CARY, N.C. (WTVD) -- Saying "We've been spending way more money than we earn," Epic Games CEO Tim Sweeney announced that the video-gaming giant would undergo layoffs.
In an email to employees, Sweeney revealed that the company would lay off an estimated 16% of Epic employees -- about 830 workers.
Epic will also sell off Bandcamp, an online audio distribution platform, and spin-off most of SuperAwesome, a technology that "enables the youth digital media ecosystem." Those moves will shed about 250 workers from Epic.
In his email, Sweeney said he had long hoped that Epic could get through a transitional stage without layoffs, but in retrospect, he saw "that this was unrealistic."
He added that though Fortnite is starting to grow again, the growth is driven primarily by creator content with "significant revenue sharing," and that means a lower-margin business than previously.
It wasn't immediately clear what effect the layoffs would have on the Cary headquarters.
Epic Games has 40 offices worldwide.
Epic has made efforts to cut operating costs but still fell far short of financial sustainability, leading the company to resort to layoffs. The majority of the layoffs are in teams outside of core development.
"Saying goodbye to people who have helped build Epic is a terrible experience for all." Sweeney wrote. "The consolation is that we're adequately funded to support laid-off employees: we're offering a severance package that includes six months base pay and in the US/Canada/Brazil six months of Epic-paid healthcare. We're offering to accelerate people's stock option vesting schedule through the end of 2024 and are giving two additional years from today to exercise the options. In the US, we're also offering to vest any unearned profit sharing from their 401k. And we'll provide benefits including career transition services and visa support where we can."
Sweeney added that additional layoffs are not planned.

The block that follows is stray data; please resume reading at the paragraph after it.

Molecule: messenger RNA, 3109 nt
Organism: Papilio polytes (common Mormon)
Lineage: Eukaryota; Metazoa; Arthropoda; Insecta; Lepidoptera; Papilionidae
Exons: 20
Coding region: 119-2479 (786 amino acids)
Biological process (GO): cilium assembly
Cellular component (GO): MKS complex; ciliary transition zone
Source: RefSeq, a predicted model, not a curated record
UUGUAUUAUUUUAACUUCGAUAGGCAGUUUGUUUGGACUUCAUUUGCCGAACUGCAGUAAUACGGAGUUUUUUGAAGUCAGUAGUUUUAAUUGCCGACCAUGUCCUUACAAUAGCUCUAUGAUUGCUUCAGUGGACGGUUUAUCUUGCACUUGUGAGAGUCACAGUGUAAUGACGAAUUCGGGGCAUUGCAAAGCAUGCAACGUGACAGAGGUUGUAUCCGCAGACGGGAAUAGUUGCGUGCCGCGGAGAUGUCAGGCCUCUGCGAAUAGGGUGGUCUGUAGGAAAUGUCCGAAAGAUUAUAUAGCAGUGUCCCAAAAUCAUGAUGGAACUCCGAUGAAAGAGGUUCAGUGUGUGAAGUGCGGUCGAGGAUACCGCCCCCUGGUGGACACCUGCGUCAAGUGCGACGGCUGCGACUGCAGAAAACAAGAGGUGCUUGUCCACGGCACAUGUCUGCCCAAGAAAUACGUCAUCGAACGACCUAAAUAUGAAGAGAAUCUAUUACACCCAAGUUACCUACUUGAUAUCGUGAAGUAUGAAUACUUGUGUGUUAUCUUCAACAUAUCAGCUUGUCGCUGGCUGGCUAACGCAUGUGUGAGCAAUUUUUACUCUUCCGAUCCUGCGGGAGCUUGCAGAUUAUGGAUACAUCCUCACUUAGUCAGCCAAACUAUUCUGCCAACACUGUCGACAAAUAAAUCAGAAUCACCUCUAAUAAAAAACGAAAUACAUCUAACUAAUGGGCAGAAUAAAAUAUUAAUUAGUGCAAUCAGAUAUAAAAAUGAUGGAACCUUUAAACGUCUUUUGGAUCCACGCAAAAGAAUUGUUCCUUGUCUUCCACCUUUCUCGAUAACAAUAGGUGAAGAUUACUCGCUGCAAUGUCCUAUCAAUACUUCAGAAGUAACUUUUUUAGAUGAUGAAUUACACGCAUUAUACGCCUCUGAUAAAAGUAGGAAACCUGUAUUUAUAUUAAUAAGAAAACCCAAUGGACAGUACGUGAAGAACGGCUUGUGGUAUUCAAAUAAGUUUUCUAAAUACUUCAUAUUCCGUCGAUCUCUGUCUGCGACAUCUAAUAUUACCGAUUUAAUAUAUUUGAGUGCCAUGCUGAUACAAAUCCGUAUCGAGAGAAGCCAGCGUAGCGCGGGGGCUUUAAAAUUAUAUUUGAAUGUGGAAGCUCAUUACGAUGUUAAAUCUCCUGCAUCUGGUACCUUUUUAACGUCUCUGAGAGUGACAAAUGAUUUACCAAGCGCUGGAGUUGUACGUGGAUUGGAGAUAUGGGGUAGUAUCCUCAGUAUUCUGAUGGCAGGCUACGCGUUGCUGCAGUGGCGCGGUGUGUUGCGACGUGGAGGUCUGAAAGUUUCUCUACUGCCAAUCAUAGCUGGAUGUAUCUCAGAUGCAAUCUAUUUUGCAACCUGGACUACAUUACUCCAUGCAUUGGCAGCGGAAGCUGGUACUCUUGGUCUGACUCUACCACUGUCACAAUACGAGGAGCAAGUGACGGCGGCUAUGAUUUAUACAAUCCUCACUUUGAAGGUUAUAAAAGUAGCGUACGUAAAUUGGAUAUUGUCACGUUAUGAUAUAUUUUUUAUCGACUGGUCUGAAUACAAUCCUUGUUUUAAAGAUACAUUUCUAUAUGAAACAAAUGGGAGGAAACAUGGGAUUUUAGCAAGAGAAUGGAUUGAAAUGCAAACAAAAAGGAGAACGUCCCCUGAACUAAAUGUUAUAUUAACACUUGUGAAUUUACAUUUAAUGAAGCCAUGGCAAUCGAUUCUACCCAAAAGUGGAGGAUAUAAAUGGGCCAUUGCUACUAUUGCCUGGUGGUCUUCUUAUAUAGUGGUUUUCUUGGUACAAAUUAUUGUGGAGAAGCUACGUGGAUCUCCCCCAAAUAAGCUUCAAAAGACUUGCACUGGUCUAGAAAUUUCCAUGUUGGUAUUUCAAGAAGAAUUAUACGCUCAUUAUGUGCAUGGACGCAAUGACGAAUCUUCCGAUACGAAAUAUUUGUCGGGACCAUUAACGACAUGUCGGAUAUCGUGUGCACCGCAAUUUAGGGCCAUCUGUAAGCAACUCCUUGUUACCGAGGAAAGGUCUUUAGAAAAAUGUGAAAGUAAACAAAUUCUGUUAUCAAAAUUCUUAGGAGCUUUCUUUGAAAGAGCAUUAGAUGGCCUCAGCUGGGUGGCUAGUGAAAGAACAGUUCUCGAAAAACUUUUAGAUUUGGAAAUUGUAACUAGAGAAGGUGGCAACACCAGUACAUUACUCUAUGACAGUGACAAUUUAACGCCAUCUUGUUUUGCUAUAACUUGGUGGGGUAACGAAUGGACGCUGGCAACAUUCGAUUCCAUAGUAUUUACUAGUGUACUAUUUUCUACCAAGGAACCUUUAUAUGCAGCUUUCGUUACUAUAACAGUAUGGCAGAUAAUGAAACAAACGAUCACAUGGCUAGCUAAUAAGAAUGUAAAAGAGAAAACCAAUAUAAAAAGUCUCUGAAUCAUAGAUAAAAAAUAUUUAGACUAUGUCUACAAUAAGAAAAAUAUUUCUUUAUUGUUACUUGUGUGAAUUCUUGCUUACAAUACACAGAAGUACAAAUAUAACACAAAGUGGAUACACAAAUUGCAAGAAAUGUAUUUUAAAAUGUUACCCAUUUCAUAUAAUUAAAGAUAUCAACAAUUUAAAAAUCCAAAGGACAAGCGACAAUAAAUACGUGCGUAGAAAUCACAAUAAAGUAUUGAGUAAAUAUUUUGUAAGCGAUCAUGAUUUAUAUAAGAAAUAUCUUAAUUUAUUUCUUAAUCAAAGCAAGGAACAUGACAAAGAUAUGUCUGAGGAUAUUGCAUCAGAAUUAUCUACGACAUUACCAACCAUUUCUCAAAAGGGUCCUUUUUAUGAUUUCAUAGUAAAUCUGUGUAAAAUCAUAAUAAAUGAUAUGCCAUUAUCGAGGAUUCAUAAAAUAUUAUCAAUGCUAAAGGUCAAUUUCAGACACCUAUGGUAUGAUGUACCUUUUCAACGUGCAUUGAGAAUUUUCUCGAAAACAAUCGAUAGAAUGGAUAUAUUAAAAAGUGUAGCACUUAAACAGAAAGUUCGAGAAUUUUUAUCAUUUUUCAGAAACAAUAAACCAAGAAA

UNC Chief Economist Gerald Cohen said that has been a familiar pattern in the tech industry.
"Tech companies were over-exuberant. They hired a lot," said Cohen. "They've been rethinking some of their hires. And unfortunately, that's meant layoffs in the tech industry," he said.
It wasn't known how the layoffs could affect the plans for the company to build its campus at the old Cary Towne Center. Epic was supposed to open its new headquarters in 2025.
Economist Mike Walden said the cuts by Epic Games are not a direct reflection of the current state of the tech industry.
"The layoffs that were announced today, I think are specific to the legal actions that the company has been engaged in with respect to some disputes about charging customers without their knowledge," he said.
Cohen and Walden agree the cuts won't have a significant impact on the Triangle's economy
"People are coming and companies are coming in. The Triangle growth is going to slow but I don't think it's actually going to contract," said Cohen.
"We're such a vibrant economy here in the Triangle, and particularly in regarding tech, that's not going to cause any kind of long-run disaster for the area," said Walden.
Cary Mayor Harold Weinbrecht told ABC11 that the layoffs were disappointing, but he was proud to have Epic in Cary and looked forward to helping the company with its plans.